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EV Profits Are Under The Lens As Demand ‘Overwhelms’ Auto Giant| Investor’s Business Daily- Newshubweek

Ford Mustang Mach-E
Written by Arindam

Ford (F) and General Motors (GM) both shared a strong outlook this week for the second half of 2022, based on easing chip constraints and recovering volumes. Ford stock continued to surge Friday, hitting a nearly three-month high.




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On the Ford earnings call after its Q2 beat late Wednesday, Wall Street placed the shift to electric vehicles under scrutiny — specifically, EV profits. The auto giants are pursuing Tesla (TSLA) while raw material costs, especially for battery metals such as lithium, have soared.

“Should you be thinking about pulling back on some of the EV investments if the economics at this point are unclear?” asked Colin Langan, an analyst at Wells Fargo Securities.

Ford CEO Jim Farley shot back: “No, no. We don’t plan on pulling back. If anything, the first generation of products has inspired us to go faster.”

Demand for first-gen EVs — including the Mach-E crossover, Lightning pickup and E-Transit van — had “overwhelmed” the company, Farley added.

Ford sold 1,837 Lightning EVs last month, its first full month of sales. By 2026, the carmaker expects to produce 150,000 Lightning trucks per year.

Ford Stock Jumps 15% In Earnings Week

Shares of Ford gained 4.9% to 14.68 amid a broad rally on the stock market today. Ford stock rose 14.5% for the week, reaching its best level since early May, after Ford crushed Q2 earnings views Wednesday. Ford stock regained the 50-day moving average on July 19 as it rallied into earnings, and it’s now comfortably above that key support level.

GM stock gained 1.9% to 36.43 Friday, extending its post-earnings rally. Tesla stock rose 5.8%, also extending gains after a Q2 beat last week.

Ford’s Strategy For EV Profits

Automakers tend to lose money on electric cars, which are costly to make, mostly due to expensive batteries. But on Wednesday’s earnings call, CEO Farley highlighted two levers that could help EVs reach cost parity with internal combustion engine, or ICE, vehicles soon.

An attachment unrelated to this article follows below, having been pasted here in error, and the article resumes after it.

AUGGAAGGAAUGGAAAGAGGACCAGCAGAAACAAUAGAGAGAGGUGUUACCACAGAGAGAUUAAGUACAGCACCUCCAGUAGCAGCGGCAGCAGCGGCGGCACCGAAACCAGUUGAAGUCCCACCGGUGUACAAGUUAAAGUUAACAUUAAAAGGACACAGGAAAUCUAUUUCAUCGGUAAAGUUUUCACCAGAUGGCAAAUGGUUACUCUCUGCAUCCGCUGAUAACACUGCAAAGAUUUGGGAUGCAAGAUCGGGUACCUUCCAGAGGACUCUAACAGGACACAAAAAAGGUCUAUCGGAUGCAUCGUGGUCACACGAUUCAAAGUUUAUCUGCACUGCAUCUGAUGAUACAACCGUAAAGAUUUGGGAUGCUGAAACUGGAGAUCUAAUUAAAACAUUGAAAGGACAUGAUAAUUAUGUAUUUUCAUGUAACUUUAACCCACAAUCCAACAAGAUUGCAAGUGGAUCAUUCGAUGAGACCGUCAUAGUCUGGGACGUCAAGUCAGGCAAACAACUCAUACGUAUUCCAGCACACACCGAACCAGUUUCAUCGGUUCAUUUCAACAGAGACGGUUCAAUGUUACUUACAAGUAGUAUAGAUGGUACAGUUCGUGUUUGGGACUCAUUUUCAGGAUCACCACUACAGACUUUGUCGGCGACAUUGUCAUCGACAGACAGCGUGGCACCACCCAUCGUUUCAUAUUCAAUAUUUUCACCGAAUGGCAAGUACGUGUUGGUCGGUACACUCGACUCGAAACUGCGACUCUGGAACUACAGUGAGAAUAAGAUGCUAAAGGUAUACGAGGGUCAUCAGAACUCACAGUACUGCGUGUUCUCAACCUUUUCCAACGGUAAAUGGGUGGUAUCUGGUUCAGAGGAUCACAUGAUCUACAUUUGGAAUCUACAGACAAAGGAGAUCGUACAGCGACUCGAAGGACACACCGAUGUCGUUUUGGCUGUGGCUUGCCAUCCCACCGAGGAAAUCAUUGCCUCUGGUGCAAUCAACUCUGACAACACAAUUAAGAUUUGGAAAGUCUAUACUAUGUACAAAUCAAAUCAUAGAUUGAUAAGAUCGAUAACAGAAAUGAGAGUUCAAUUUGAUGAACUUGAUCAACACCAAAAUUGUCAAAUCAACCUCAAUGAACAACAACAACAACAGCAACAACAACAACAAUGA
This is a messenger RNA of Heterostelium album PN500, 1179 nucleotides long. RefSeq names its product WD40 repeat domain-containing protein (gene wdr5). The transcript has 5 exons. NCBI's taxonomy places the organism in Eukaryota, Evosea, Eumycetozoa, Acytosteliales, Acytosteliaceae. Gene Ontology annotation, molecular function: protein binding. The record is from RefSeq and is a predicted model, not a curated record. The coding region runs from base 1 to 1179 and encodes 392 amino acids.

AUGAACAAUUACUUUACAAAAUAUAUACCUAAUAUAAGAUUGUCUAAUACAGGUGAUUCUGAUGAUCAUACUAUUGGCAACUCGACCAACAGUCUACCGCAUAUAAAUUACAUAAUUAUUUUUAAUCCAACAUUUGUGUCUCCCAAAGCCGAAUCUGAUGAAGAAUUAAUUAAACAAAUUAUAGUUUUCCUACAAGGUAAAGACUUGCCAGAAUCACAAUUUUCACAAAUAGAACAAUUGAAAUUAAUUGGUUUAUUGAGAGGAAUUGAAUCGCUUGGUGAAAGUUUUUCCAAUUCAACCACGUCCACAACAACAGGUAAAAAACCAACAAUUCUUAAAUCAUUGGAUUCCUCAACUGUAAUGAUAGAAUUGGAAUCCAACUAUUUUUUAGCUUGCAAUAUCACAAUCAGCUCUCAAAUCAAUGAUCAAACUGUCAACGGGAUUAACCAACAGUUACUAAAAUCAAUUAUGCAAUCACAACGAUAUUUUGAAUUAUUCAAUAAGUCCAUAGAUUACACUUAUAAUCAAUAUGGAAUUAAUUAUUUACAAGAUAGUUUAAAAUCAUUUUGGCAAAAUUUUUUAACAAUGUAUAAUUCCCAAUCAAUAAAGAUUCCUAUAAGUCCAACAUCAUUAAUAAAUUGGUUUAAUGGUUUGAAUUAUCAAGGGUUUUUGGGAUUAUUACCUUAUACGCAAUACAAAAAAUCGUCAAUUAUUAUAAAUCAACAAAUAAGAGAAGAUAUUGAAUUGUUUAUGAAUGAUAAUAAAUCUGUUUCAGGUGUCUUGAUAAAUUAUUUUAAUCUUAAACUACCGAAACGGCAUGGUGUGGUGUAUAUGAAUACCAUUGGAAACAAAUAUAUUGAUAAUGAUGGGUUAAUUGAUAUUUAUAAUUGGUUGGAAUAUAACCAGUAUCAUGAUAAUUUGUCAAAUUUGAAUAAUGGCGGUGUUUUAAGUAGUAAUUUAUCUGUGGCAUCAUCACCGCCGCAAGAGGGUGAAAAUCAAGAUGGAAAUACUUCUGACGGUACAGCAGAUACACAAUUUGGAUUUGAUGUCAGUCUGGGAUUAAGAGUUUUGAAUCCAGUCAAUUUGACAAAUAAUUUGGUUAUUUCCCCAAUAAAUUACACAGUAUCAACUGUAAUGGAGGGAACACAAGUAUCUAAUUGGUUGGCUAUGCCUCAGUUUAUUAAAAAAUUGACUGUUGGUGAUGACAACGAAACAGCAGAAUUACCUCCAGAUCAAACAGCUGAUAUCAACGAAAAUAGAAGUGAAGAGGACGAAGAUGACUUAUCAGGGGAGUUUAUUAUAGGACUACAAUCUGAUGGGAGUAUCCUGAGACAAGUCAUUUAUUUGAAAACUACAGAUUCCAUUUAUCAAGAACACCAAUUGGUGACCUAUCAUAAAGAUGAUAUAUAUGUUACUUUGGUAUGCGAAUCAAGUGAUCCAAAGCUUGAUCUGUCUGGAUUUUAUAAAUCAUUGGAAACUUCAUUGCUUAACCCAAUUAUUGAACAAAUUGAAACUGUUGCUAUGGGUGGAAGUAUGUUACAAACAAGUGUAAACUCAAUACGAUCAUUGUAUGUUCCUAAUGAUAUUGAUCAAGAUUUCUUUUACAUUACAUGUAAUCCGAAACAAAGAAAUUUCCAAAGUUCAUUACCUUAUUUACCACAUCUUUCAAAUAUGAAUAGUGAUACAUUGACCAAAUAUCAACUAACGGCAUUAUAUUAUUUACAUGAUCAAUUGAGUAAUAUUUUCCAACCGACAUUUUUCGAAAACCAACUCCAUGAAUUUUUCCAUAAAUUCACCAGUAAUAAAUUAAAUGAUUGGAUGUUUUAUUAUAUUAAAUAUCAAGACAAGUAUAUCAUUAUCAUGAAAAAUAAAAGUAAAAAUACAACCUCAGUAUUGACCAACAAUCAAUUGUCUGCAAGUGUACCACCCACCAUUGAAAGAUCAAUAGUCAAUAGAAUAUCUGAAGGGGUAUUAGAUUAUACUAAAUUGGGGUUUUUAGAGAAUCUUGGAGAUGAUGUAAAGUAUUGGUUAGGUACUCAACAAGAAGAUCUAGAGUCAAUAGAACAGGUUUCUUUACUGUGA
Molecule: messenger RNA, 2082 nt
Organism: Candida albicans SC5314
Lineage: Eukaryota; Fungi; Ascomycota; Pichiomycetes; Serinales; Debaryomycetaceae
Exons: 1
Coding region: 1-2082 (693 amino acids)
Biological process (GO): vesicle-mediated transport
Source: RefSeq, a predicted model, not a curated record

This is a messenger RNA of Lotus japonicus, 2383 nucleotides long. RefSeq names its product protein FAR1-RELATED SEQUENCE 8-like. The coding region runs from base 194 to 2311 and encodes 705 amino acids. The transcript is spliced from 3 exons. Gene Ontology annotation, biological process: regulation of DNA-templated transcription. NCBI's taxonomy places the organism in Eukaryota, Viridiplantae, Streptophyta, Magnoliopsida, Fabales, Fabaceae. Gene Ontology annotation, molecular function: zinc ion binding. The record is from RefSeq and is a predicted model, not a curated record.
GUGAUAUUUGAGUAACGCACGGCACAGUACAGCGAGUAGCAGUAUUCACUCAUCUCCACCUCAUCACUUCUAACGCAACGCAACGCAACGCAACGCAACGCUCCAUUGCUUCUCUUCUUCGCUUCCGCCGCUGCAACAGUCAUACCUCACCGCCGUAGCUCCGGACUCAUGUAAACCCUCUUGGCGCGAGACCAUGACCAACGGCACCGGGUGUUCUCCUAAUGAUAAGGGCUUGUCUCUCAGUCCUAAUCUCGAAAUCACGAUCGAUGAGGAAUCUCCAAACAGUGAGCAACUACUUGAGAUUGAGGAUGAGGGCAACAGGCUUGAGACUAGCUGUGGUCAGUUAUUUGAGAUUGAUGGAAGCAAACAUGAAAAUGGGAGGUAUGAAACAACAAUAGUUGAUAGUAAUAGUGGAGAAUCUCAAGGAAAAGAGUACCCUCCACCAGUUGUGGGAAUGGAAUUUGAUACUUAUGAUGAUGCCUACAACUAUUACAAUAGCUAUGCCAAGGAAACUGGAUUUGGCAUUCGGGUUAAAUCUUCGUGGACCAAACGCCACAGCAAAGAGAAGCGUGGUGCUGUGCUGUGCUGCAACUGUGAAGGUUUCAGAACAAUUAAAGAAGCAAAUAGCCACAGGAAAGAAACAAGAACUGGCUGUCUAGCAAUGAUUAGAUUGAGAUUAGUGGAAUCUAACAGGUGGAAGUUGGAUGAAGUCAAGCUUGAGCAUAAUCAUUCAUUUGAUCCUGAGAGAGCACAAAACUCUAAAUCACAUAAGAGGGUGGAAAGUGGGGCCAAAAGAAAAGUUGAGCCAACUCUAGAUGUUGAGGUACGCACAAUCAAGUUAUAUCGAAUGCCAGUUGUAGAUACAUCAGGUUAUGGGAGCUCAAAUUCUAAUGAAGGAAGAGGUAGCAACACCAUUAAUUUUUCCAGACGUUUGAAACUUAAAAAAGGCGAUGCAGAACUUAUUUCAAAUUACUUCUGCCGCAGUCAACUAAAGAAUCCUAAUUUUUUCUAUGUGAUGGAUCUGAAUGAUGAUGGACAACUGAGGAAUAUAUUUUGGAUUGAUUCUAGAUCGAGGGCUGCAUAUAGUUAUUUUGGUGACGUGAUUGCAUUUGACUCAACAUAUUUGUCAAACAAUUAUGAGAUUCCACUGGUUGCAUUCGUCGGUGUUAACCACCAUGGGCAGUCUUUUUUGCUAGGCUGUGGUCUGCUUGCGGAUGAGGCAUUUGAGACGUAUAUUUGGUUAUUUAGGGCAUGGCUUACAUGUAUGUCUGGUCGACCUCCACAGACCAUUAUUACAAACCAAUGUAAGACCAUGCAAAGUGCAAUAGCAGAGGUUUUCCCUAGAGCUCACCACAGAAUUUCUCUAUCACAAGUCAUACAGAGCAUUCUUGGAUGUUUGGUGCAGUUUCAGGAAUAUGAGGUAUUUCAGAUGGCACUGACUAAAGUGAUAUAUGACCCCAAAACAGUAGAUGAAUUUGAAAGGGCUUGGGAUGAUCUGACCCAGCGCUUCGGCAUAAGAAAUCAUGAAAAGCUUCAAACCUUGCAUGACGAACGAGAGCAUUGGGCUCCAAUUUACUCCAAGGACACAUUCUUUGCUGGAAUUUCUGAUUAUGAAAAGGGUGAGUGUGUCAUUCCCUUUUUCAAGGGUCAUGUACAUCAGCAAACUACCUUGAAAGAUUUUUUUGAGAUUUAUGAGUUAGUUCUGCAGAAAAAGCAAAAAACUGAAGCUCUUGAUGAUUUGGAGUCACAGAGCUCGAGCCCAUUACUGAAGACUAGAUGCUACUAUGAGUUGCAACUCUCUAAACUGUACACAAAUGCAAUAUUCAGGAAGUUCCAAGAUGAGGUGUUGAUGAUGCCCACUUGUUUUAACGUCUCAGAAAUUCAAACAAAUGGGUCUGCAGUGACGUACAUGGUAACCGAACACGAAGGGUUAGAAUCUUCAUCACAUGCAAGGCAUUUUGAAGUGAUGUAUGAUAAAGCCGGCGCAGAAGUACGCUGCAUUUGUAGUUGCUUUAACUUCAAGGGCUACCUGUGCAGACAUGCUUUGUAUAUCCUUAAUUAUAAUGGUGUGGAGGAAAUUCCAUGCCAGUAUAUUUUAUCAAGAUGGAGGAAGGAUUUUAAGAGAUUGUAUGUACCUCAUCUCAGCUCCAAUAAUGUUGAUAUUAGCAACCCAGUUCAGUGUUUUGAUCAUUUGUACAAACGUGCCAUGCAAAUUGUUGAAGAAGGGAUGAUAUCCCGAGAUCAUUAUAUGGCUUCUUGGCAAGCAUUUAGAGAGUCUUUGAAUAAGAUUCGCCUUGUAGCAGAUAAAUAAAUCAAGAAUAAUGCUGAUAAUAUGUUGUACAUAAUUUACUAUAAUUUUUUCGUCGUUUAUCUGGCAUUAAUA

First, subscription and services revenue tied to smart, connected electric vehicles.

“We’re investing in digital products, and we can keep them longer because we don’t have to upgrade the upper bodies. … They’re software-enabled vehicles,” Farley said. “There’s so much we can do to change the profit profile of these vehicles.”

Second, Ford will bring cheaper, China-made LFP batteries to North America for the first time, starting in 2023 with its entry-level Mach-Es. LFP or iron-based batteries typically involve a trade-off: car buyers get lower cost for lower range.

“Our announcement for LFP, bringing that to North America, is a big deal from a profit standpoint,” Farley said during Wednesday’s call.

In recent days Ford and GM have announced new pacts to secure battery materials.


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EV Profits: A Long Time Coming?

Not everyone came away fully convinced.

“It’s unclear that Ford can make its first-gen EVs profitable, and may have to wait until the second generation of products, to unlock further cost savings,” Deutsche Bank analyst Emmanuel Rosner wrote in a note to clients Thursday.

Rosner estimates that Ford’s Mach-E carries a $25,000-27,000 cost premium vs. its Edge SUV, which is gas powered.

Yet the Mach-E “only sells to consumers at a modest premium” vs. ICE, he said. So Rosner worries about the impact on Ford’s profit margins as EV volumes ramp starting next year.

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